True eels are teleostfish. They have long and narrow bodies like snakes. Adult eels can be as short as 10 cm or as long as 3 m. It depends on their species. The large eels can weigh up to 65 kg.
Eels have fewer fins than other fish. They do not have all the belly and chest fins. The back and anal fins are long and usually connected to the tail fin. The fins do not have spines.
The shoulder bones are separate from the skull. The scales have smooth edges or are absent.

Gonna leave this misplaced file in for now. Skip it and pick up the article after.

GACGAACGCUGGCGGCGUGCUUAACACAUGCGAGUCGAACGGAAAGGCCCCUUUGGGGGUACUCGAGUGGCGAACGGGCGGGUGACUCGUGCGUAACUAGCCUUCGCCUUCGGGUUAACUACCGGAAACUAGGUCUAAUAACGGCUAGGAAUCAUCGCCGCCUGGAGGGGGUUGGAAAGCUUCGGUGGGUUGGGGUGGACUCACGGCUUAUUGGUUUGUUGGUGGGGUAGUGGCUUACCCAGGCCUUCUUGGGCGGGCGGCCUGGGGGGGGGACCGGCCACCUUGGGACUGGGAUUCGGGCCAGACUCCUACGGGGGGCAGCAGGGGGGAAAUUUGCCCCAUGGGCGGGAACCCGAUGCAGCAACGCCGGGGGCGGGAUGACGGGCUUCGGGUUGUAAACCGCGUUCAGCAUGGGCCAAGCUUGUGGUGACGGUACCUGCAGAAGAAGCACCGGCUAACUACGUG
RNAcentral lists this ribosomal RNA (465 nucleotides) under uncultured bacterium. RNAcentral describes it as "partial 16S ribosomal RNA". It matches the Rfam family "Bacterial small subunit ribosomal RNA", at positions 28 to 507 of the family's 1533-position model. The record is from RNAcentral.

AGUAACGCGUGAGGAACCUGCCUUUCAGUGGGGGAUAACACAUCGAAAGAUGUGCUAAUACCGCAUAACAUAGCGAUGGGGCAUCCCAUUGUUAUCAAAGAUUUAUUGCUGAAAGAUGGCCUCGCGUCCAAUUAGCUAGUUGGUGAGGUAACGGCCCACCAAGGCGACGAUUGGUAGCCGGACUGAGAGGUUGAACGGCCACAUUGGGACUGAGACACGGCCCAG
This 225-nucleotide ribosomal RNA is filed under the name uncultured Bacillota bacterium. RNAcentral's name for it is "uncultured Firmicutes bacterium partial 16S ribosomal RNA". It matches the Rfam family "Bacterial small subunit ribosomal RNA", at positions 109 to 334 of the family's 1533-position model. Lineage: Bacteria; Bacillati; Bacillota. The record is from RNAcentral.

Eels hatch from eggs. Baby (larval) eels are flat and transparent (clear). They are called leptocephalus (Greek for "thin head"). A young eel is called an elver. For a long time people did not know where eels came from, because baby eels look very different from adults. They thought the babies were a different species.
Most eels prefer to live in the shallowest parts of the ocean. They live at the bottom of the ocean, sometimes in holes. Eels in the Anguillidae family come to fresh water to live there. Eels in the Nemichthyidae family swim about 500 m below the ocean surface. Eels in the Synaphobranchidae family live as deep as 4000 m below the surface.